An understanding of what works (and does not work as well) is an important part of each athlete’s self-awareness. Beyond the logical result of increased internal locus of control, there are also several peripheral and equally important benefits. In the immediate short-term the athletes knew that their individual needs were being considered and integrated by coaching staff. Briefings in relation to each athlete, who should work his corner, and what he prefers, were at times surprising and sometimes confirming to the coaches. On both counts, at least from what I told, the coaches became more confident in how to work with each athlete. In addition, the athletes also became more confident that their coaches would provide at least most of what the athletes associated (from external resources) with optimal performance. There was also a long-term consequence to this logical and simplistic part of what we did. The technical director and traveling coaching staff to each international tournament were provided with a portable athlete biography, which included how to provide optimal coaching support. In essence, though ideally it would have been best to have a consolidated coaching staff traveling to every tournament throughout each four-year quadrennial, the Canadian national boxing team provided opportunities on rotation for a larger pool of elite certified coaches to travel and gain expertise. The long-term consequence of a two-week fact finding mission in 1998 was athlete protocols that compensated somewhat for the coaching changes with each tournament. When the national boxing team exceeded their own expectations with 8 of 11 athletes medaling and 6 finalists at the Commonwealth Games, my credibility increased once more (see Schinke, 1999). I began to work with coaches and athletes throughout each year, and it was not long before my involvement and demand allowed for traveling opportunities and subsequently, professional boxing opportunities spoken of elsewhere (Schinke, 2004).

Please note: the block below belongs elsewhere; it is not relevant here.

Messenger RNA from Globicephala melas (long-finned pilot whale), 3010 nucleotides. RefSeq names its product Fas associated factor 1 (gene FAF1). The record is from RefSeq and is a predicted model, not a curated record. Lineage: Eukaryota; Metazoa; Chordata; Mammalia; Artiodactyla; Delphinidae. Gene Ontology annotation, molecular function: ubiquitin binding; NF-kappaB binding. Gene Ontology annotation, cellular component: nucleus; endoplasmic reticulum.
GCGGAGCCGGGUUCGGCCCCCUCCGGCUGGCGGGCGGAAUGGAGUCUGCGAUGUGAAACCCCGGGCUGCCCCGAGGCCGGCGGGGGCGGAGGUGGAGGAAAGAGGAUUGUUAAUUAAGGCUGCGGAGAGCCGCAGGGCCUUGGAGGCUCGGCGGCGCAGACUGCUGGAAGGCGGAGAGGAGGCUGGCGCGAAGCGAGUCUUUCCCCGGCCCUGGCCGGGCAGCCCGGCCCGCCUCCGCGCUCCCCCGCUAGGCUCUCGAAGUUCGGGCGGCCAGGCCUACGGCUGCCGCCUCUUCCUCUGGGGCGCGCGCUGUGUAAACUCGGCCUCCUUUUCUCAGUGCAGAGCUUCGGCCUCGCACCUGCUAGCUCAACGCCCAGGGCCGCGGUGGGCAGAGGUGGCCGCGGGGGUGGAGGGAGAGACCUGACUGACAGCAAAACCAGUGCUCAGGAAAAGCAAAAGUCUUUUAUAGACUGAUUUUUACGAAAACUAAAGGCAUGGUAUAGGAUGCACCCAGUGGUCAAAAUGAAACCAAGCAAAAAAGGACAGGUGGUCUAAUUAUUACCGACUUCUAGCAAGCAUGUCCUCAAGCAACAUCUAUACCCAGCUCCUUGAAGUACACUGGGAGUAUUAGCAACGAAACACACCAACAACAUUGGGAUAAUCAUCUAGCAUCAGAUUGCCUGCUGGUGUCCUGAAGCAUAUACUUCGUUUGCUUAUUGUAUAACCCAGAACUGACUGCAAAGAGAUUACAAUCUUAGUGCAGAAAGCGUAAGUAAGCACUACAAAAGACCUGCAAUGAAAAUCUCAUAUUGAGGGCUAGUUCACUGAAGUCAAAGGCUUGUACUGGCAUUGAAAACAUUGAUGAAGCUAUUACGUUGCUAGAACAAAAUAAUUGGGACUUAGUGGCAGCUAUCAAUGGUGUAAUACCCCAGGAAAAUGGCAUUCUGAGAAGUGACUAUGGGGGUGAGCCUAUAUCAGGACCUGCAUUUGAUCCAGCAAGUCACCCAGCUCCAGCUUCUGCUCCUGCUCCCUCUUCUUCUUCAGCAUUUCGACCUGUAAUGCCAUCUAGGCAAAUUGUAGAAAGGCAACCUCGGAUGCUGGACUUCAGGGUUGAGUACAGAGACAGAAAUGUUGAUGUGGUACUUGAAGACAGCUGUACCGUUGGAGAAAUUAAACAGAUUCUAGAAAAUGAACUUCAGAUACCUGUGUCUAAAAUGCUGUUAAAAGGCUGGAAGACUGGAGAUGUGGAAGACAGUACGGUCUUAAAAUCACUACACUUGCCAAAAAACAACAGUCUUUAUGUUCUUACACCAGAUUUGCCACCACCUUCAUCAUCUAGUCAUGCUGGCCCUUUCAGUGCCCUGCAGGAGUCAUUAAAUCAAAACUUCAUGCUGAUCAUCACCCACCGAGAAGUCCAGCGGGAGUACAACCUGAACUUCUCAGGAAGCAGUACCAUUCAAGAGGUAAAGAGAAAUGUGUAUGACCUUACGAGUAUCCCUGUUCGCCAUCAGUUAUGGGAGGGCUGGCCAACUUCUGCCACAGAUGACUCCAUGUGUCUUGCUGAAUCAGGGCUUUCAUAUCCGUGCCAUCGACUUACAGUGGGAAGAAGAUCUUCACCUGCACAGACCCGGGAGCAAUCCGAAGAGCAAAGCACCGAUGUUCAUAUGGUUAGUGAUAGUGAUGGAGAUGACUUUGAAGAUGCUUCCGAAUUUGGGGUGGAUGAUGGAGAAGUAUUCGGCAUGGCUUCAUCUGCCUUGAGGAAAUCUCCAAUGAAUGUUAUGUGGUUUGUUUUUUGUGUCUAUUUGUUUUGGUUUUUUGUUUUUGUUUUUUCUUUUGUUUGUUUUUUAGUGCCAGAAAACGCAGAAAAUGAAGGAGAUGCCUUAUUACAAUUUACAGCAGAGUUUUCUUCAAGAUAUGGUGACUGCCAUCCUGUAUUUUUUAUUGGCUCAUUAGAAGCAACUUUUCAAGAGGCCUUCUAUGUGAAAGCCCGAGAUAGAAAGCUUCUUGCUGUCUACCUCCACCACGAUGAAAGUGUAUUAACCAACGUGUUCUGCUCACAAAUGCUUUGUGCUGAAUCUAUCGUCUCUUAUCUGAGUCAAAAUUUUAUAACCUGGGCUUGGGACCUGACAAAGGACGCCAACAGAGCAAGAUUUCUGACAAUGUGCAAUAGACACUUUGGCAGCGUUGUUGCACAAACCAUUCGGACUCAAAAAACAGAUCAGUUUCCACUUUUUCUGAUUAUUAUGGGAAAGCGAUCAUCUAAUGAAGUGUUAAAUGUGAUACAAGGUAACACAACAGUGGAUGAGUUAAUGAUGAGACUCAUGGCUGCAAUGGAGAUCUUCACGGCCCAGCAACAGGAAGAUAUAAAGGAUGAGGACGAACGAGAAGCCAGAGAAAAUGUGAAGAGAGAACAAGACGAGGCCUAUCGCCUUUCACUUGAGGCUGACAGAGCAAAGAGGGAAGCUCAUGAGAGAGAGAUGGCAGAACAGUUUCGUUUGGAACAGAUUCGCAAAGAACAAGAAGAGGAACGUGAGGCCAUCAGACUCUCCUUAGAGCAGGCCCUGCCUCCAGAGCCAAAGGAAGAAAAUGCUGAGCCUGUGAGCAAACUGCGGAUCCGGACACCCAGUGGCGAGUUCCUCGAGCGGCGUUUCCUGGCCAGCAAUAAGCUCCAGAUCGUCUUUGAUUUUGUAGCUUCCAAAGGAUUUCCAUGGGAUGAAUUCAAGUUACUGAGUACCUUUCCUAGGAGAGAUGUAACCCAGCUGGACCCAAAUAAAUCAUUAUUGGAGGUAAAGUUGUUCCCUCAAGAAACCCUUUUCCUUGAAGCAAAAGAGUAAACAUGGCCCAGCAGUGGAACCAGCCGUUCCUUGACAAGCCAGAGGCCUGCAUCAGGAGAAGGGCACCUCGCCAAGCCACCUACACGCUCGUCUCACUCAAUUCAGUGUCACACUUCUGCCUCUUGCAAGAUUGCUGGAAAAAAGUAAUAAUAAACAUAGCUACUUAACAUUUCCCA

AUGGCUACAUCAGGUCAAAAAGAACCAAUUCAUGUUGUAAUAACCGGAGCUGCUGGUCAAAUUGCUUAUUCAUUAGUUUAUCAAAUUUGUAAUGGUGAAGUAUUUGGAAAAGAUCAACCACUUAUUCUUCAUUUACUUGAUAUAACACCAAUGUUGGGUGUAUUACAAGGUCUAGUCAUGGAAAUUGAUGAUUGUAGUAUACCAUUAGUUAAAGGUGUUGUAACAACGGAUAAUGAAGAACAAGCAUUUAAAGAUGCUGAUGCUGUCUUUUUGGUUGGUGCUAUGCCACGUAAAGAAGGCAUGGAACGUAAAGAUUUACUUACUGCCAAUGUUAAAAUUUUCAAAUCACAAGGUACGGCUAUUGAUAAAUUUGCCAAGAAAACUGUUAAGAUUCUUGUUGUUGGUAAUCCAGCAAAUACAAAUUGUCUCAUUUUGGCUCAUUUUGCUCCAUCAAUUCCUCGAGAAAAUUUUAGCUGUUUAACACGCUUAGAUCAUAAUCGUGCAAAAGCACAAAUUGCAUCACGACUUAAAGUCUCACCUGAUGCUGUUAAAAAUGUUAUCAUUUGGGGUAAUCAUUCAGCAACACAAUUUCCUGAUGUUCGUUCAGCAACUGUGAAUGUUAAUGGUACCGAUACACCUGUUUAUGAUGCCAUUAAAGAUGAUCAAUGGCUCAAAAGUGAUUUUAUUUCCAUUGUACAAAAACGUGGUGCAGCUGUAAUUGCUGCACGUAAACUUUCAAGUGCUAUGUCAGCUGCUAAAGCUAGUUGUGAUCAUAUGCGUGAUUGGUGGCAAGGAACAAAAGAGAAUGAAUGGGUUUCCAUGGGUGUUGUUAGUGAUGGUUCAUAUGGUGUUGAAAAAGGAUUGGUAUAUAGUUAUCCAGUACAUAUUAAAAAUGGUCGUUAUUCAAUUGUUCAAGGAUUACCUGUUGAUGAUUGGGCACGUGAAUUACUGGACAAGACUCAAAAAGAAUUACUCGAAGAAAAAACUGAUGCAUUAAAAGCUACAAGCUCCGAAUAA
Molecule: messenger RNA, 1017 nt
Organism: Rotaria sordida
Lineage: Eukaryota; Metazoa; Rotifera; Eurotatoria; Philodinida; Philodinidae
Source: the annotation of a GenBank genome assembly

International travel, its benefits, and its challenges